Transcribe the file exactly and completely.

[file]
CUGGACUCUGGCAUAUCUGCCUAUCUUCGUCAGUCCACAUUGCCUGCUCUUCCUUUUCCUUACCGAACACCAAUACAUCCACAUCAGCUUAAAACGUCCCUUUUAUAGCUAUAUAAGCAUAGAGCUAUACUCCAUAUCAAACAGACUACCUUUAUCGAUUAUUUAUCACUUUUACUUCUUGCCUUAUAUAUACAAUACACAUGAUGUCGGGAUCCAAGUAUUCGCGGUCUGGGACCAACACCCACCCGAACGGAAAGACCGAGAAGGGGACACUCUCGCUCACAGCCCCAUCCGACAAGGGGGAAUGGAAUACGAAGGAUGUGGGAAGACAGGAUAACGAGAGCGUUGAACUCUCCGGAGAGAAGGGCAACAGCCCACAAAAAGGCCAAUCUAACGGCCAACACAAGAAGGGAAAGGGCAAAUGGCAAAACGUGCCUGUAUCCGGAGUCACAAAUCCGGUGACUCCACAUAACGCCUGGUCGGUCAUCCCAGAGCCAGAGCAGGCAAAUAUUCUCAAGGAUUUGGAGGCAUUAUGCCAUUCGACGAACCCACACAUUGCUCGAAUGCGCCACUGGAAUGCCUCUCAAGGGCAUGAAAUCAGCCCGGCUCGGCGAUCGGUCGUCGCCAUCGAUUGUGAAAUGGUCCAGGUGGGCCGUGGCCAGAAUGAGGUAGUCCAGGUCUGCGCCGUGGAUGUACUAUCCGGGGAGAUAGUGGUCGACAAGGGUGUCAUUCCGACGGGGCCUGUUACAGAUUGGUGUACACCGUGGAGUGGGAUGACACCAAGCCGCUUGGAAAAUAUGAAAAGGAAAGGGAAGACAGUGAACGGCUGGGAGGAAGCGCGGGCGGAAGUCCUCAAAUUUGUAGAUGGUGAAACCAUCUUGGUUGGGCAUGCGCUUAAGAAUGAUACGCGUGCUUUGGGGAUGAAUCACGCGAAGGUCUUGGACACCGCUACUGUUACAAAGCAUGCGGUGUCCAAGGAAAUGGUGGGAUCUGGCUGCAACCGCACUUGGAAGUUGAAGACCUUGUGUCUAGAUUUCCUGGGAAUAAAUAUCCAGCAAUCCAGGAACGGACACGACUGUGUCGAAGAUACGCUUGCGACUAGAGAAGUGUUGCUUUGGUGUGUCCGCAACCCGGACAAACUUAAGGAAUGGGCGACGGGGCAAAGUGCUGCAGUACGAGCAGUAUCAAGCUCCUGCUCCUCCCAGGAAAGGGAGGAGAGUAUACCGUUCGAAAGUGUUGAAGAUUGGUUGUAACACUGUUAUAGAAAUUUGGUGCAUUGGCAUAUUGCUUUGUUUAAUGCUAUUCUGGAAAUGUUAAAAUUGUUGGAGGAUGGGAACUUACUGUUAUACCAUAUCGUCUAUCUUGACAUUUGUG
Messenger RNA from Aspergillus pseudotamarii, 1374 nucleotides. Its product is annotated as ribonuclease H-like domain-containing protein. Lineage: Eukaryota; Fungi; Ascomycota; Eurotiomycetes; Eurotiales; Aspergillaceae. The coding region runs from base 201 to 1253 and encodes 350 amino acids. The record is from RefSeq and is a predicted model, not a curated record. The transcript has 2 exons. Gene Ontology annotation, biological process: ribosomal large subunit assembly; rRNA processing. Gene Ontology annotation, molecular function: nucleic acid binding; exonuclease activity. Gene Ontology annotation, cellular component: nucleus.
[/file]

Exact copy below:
CUGGACUCUGGCAUAUCUGCCUAUCUUCGUCAGUCCACAUUGCCUGCUCUUCCUUUUCCUUACCGAACACCAAUACAUCCACAUCAGCUUAAAACGUCCCUUUUAUAGCUAUAUAAGCAUAGAGCUAUACUCCAUAUCAAACAGACUACCUUUAUCGAUUAUUUAUCACUUUUACUUCUUGCCUUAUAUAUACAAUACACAUGAUGUCGGGAUCCAAGUAUUCGCGGUCUGGGACCAACACCCACCCGAACGGAAAGACCGAGAAGGGGACACUCUCGCUCACAGCCCCAUCCGACAAGGGGGAAUGGAAUACGAAGGAUGUGGGAAGACAGGAUAACGAGAGCGUUGAACUCUCCGGAGAGAAGGGCAACAGCCCACAAAAAGGCCAAUCUAACGGCCAACACAAGAAGGGAAAGGGCAAAUGGCAAAACGUGCCUGUAUCCGGAGUCACAAAUCCGGUGACUCCACAUAACGCCUGGUCGGUCAUCCCAGAGCCAGAGCAGGCAAAUAUUCUCAAGGAUUUGGAGGCAUUAUGCCAUUCGACGAACCCACACAUUGCUCGAAUGCGCCACUGGAAUGCCUCUCAAGGGCAUGAAAUCAGCCCGGCUCGGCGAUCGGUCGUCGCCAUCGAUUGUGAAAUGGUCCAGGUGGGCCGUGGCCAGAAUGAGGUAGUCCAGGUCUGCGCCGUGGAUGUACUAUCCGGGGAGAUAGUGGUCGACAAGGGUGUCAUUCCGACGGGGCCUGUUACAGAUUGGUGUACACCGUGGAGUGGGAUGACACCAAGCCGCUUGGAAAAUAUGAAAAGGAAAGGGAAGACAGUGAACGGCUGGGAGGAAGCGCGGGCGGAAGUCCUCAAAUUUGUAGAUGGUGAAACCAUCUUGGUUGGGCAUGCGCUUAAGAAUGAUACGCGUGCUUUGGGGAUGAAUCACGCGAAGGUCUUGGACACCGCUACUGUUACAAAGCAUGCGGUGUCCAAGGAAAUGGUGGGAUCUGGCUGCAACCGCACUUGGAAGUUGAAGACCUUGUGUCUAGAUUUCCUGGGAAUAAAUAUCCAGCAAUCCAGGAACGGACACGACUGUGUCGAAGAUACGCUUGCGACUAGAGAAGUGUUGCUUUGGUGUGUCCGCAACCCGGACAAACUUAAGGAAUGGGCGACGGGGCAAAGUGCUGCAGUACGAGCAGUAUCAAGCUCCUGCUCCUCCCAGGAAAGGGAGGAGAGUAUACCGUUCGAAAGUGUUGAAGAUUGGUUGUAACACUGUUAUAGAAAUUUGGUGCAUUGGCAUAUUGCUUUGUUUAAUGCUAUUCUGGAAAUGUUAAAAUUGUUGGAGGAUGGGAACUUACUGUUAUACCAUAUCGUCUAUCUUGACAUUUGUG
Messenger RNA from Aspergillus pseudotamarii, 1374 nucleotides. Its product is annotated as ribonuclease H-like domain-containing protein. Lineage: Eukaryota; Fungi; Ascomycota; Eurotiomycetes; Eurotiales; Aspergillaceae. The coding region runs from base 201 to 1253 and encodes 350 amino acids. The record is from RefSeq and is a predicted model, not a curated record. The transcript has 2 exons. Gene Ontology annotation, biological process: ribosomal large subunit assembly; rRNA processing. Gene Ontology annotation, molecular function: nucleic acid binding; exonuclease activity. Gene Ontology annotation, cellular component: nucleus.